It was well after lunch time so we grabbed a panini in the café located at the bottom of the Eiffel/observation tower. It wasn’t authentic Czech cuisine but it was quick and it was easy, and that seemed more important.
We have quickly learned, while traveling in Europe, that if there is a restroom available, we should make use of it. As usual there was a long line for the Ladies and we had to pay to use it, but it was clean. That’s the thing about European bathrooms; if you have to pay, they generally are very clean making payment tolerable. We waited about 15 minutes because there were only two stalls. While I was taking my turn, the person in the stall next to me seemed to be locked in! She kept trying to unlock the door to no avail. Interestingly, she didn’t call out for help but simply kept turning the lock and trying to open the door which made a loud rattling sound. This went on and on until finally someone in line must have alerted the bathroom attendant who then helped her get out. Sort of an interesting crowd mentality.
Since we rode the funicular to the top of Petrin Hill, we walked back down. We passed a building surrounded by a wire fence with signs posted, “Property of United States Government,” and an American flag flying on top. It was a bit of a surprise because all the other buildings in this park appeared to be tourist buildings or restaurants. Later we learned that it was the US Embassy.
On the way towards Charles Bridge we stopped to visit the Church of Our Lady Victorious, which has become something of a shrine to a wax figure of Baby Jesus. According to tradition, miracles have occurred that can be attributed to this wax figure. The church itself was lovely and the alcove where Baby Jesus lay was extremely ornate but the most interesting thing was that he was wearing a miniature monarch’s robe and cape. There was a museum adjacent to the church and the various ‘outfits’ that Baby Jesus wears were on display; some included a crown. It all seemed a bit odd. The wax figure was a small person with a full head of curly hair and one hand raised in blessing – just so much different from how we normally see Baby Jesus depicted. This must be a popular attraction, possibly due to the miracles attributed to him, because we saw replicas of wax Baby Jesus, in full regalia, in many souvenir shops.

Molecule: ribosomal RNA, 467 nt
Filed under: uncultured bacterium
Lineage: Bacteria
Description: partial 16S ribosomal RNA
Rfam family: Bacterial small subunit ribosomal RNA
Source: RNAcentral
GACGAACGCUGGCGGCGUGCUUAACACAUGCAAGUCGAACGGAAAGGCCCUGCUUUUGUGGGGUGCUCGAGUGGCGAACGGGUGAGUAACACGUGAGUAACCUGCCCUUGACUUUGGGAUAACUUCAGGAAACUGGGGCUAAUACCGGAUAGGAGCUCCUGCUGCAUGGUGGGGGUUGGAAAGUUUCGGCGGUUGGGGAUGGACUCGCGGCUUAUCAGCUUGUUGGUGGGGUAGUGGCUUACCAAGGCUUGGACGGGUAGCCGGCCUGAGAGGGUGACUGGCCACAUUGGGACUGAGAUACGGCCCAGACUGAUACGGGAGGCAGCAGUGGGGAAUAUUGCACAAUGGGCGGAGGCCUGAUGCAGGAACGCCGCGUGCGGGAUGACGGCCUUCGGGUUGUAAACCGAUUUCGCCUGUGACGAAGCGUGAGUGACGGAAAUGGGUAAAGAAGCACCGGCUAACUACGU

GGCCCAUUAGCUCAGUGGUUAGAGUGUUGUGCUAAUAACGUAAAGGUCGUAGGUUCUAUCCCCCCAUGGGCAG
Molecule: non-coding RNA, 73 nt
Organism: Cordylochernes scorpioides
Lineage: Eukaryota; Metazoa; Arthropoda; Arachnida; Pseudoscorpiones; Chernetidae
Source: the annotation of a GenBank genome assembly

We strolled across the Charles Bridge admiring the statues as well as the view of the buildings next to the river.
We caught the 3:00 p.m. chiming of the astronomical clock on the town hall in Old Town. It is a bit of a show with figures, including a skeleton, on either side of the clock face ringing bells, a rotation of statues looking out a window, and a rooster crowing.
Afterward, we rode a 1999 award winning (best design) elevator to the top of the clock tower and took in unobstructed views of Old Town, including the Church of Our Lady Before Tyn, as the clock was chiming 4:00. From up above, we could not see the activity of the clock during the chiming but it was entertaining to look down and see the crowd looking up at the clock as it chimed.
We descended the tower and perused a rack of fliers advertising various concerts in the churches around Prague. Natalie saw one advertising an organ concert featuring Bach’s Toccata and Fugue in D Minor and exclaimed, “I would go hear that!” It began at 4:30 p.m. so we raced to the church, which wasn’t too far away in Old Town. The church, St. Giles, was beautiful…and unheated! There was a pile of lap blankets available for use and everyone in attendance took advantage of that; we could actually see our breath! However, the music was amazing on this organ with a trumpet supplement on certain pieces. The concert lasted an hour.
We left the concert quite chilled so we didn’t feel like wandering around outside in the cool air. Although it was early, we decided to eat dinner with the added benefit of warming up! Apparently after being on our feet all day and using the last of our energy reserves to keep warm during the organ concert, even dinner couldn’t re-energize us. We walked back to the hotel taking the most direct route, cranked up the heat in our room, and collapsed.